However, it would be wrong to assume this event is just about these two esports tournaments. The level of interactivity within this festival has made it something of a winter mecca for gamers.
Although Jonkoping is unremarkable in many ways, the city has become a hotbed for esports gaming over the years. It’s as sub-culturally recognizable as Barcelona or Milan for soccer fans.
There is a total of seven different esports tournaments taking place across the weekend across the following sports:
- CS:GO – Dreamhack Astro Open (also known as DreamHack Winter 2017)
- Dota 2 – DreamLeague Season 8 Finals
- Arena of Valour – Non-Pro Tournament
- Quake Champions – Invitational
- H1Z1 – Elite Series
- Hearthstone – DreamHack Hearthstone Grand Prix
- Super Smash Bros. Melee – DreamHack Smash Championship
In addition to these seven events, the weekend’s Nordic Championship will gather all the Scandinavia-based players across different esports events.
How big are the DreamHack events?
The original DreamHack event took place in November 1994 when Kenny “K2-Ice” Eklund and Martin “DH_Admin” Ojes decided to rent a school cafeteria in the Swedish city of Malung. They invited their computer-enthusiast friends over to enjoy some coding and hacking. This original event had no internet connection, and a total of 40 people attended.
Since this inauspicious start, DreamHack has grown into the world’s largest digital festival with two held each year — DreamHack Summer and DreamHack Winter. In addition to esports, the events are home to creative competitions, musical acts, lectures from game developers, cosplay, and much more.
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In 2007, the DreamHack event received an official World Record certificate from Guinness for the most competitors in a Local Area Network: 10,455 devices. By the Winter 2015 event, that number had grown to 23,425 devices on the network.
In 2016, 12,000 people visited the two DreamHack events in Sweden. The events regularly attract over 100 million unique viewers via live streaming services.
What’s at DreamHack 2017 apart from esports?
Non-esports events include performances and presentations from YouTube stars and DJs. These include:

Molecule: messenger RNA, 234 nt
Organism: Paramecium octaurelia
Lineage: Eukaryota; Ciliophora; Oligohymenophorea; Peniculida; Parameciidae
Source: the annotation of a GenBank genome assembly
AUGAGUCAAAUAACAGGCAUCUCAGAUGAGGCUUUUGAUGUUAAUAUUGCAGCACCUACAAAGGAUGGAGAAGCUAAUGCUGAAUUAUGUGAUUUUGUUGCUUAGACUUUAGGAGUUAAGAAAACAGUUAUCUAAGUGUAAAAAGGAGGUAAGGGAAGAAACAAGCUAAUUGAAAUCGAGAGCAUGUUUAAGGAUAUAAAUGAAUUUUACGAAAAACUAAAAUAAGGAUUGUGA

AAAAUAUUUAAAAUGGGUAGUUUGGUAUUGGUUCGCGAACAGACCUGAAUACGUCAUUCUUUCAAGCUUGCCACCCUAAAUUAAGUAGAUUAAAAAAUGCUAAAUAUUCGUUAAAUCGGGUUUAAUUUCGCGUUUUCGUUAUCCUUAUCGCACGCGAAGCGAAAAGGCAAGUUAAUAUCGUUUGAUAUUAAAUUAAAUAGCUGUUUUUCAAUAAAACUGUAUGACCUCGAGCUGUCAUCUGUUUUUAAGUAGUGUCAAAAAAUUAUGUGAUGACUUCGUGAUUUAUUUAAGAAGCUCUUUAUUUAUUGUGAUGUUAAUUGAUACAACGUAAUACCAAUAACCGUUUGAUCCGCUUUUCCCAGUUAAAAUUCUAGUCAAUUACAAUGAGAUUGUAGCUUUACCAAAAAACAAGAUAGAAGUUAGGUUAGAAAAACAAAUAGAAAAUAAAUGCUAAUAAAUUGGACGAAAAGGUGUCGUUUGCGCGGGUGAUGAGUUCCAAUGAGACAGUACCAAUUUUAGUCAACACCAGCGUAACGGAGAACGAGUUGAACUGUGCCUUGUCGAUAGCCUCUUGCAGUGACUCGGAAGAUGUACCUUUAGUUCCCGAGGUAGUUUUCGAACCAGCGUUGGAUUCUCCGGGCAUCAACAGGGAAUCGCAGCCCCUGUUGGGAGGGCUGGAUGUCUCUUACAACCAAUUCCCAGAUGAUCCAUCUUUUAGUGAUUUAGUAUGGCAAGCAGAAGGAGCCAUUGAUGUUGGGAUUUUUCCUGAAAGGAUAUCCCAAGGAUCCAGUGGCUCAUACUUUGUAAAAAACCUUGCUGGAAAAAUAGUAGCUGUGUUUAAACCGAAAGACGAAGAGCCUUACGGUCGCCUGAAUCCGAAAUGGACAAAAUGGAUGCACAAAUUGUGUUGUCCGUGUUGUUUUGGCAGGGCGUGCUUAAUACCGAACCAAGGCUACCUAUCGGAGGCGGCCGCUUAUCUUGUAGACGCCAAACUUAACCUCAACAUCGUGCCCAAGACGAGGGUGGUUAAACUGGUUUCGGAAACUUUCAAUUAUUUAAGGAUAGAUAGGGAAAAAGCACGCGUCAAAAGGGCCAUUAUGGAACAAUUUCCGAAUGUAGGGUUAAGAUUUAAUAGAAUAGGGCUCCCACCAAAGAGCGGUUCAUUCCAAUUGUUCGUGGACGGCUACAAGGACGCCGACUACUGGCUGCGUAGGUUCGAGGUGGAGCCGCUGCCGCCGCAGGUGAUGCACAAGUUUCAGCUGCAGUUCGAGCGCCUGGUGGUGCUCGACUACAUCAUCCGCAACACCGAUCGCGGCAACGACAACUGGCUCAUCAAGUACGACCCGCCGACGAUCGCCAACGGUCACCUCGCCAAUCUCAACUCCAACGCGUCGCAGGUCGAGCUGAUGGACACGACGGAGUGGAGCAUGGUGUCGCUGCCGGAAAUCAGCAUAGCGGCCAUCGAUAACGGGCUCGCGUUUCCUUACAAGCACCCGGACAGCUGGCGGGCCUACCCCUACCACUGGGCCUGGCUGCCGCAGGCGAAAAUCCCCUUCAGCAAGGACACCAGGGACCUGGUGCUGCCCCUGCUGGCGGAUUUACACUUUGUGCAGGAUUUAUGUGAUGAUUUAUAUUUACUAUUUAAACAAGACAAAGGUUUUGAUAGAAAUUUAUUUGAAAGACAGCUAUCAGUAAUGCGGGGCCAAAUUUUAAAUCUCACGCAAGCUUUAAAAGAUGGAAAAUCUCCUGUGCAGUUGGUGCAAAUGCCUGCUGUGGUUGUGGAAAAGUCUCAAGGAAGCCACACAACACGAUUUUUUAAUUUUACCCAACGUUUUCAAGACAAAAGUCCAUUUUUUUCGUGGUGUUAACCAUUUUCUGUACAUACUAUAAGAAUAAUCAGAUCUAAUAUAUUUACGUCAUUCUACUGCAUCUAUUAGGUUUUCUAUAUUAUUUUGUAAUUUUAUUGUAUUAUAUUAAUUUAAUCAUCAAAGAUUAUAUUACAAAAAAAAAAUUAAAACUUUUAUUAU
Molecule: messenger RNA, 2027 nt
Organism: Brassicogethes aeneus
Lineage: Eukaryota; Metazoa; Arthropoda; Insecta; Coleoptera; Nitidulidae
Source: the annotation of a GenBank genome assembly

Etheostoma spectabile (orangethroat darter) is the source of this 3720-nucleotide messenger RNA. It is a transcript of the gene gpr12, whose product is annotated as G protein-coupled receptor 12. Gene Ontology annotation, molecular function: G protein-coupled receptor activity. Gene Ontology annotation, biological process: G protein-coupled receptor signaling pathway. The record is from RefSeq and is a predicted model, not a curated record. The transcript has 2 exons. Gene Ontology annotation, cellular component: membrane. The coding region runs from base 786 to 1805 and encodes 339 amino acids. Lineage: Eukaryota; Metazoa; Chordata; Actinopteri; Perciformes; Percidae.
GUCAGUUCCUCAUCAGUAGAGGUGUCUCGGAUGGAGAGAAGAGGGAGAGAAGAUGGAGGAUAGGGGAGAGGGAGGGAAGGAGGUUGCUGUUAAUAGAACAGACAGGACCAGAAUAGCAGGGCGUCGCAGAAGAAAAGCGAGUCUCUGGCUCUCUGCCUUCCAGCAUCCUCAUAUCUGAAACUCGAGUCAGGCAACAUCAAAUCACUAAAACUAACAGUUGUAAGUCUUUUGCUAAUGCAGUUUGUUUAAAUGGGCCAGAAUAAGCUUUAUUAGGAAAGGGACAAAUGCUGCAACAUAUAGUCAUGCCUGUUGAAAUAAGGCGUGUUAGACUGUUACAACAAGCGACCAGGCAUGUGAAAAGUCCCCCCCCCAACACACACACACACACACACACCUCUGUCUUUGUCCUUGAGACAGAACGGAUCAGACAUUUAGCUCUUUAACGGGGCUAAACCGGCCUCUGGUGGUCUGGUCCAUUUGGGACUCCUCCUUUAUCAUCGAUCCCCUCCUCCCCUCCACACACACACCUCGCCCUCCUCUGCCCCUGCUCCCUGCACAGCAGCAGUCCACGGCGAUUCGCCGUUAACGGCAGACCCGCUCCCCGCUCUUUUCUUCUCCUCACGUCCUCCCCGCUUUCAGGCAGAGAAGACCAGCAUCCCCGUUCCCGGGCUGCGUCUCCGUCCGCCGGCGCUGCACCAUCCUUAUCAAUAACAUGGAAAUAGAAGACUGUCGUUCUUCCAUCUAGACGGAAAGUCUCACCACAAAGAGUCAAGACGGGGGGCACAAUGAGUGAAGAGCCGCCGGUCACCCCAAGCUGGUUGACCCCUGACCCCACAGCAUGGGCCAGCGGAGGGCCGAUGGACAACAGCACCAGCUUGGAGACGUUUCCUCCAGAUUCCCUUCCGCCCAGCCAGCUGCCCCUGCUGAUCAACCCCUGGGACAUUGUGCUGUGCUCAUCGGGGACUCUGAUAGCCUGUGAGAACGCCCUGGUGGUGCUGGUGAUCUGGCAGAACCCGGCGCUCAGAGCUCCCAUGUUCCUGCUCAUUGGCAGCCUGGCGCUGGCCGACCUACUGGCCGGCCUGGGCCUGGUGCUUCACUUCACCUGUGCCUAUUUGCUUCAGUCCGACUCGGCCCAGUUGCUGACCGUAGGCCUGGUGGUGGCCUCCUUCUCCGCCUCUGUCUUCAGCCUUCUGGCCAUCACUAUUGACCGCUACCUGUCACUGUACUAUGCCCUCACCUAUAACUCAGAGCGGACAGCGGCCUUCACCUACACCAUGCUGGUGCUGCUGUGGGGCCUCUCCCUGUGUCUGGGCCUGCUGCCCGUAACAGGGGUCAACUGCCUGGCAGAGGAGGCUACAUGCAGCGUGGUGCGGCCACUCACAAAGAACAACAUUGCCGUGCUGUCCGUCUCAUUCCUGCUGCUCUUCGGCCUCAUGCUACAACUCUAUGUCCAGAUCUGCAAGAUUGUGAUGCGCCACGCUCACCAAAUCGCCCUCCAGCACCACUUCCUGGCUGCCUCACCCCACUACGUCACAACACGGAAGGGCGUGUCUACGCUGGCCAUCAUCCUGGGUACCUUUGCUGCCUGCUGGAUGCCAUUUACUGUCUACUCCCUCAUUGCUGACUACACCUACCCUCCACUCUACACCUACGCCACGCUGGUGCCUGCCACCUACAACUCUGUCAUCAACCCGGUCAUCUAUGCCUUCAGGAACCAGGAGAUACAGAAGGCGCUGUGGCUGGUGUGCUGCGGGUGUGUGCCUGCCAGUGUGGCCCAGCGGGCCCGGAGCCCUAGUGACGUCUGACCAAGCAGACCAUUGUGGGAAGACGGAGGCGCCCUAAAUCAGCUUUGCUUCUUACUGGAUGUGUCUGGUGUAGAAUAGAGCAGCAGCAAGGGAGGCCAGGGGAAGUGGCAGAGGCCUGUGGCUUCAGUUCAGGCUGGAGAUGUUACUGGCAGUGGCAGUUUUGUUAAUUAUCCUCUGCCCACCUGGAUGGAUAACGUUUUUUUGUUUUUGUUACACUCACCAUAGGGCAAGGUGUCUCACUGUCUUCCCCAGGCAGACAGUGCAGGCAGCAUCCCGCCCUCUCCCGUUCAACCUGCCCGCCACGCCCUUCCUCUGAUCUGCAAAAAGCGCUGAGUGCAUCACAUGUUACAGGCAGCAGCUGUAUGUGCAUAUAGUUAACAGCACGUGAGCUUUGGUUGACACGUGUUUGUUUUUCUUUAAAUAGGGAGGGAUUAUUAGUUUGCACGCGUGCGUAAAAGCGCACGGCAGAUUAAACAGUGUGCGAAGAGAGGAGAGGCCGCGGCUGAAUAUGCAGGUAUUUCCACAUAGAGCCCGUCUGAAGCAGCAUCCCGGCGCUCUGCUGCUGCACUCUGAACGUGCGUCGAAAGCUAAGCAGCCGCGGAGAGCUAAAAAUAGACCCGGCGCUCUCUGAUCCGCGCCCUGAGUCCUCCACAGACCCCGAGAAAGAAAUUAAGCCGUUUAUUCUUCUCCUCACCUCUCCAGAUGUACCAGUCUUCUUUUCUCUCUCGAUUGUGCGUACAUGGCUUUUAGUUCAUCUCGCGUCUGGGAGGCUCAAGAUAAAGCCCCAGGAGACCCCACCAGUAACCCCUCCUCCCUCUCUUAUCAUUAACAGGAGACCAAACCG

- Dada Life
- Anis Don Demina
- Dr Disrespect
- Bass Modulators
In addition to the Main Stage area, the event houses a Stream Zone and Fan Zone. Here, visitors can meet top esports gamers, software developers, YouTube stars, and others within the esports/digital gaming community.
Cosplay fans can also take part in a Winter Cosplay 2017 competition. There is a 30,000 SEK top prize for the winner.
Don’t forget the Casemod Championship, which has a 10,000 SEK top prize for the person who has modified the design of their PC Gaming case in the most creative, striking, and imaginative way. Modders will share their expertise in special open classes prior and following the contest.
The most exciting aspect of DreamHack for many visitors is the BYOC LAN. The Main Hall at the Elmia Fair will be taken over and another huge LAN. Visitors bring their own computers (BYOC = Bring Your Own Computer), plug into the network, and then participate in a huge number of games and tournaments. Will they beat the 23,425 unique devices in the largest DreamHack network ever built from 2015?
What is the cost?
Of course, organizing an event with so many different facets and tournaments costs DreamHack plenty of money. That’s recouped partly through sponsorship deals with companies but also through ticket sales. Like most festivals, DreamHack offers a range of tickets, and the prices of these are very reasonable, especially when compared to the cost of tickets for music festivals.
- Day Pass Tickets (Friday, Saturday, or Sunday) – 200 Kronor – £17.72
- Eventpass Tickets (Friday to Sunday 24/7 access) – 600 Kronor – £53.13
- BYOC LAN Seat (24/7 availability) – 990 Kronor – £87.67
- Camping Ticket to stay on site – 1,200 Kronor – £106.33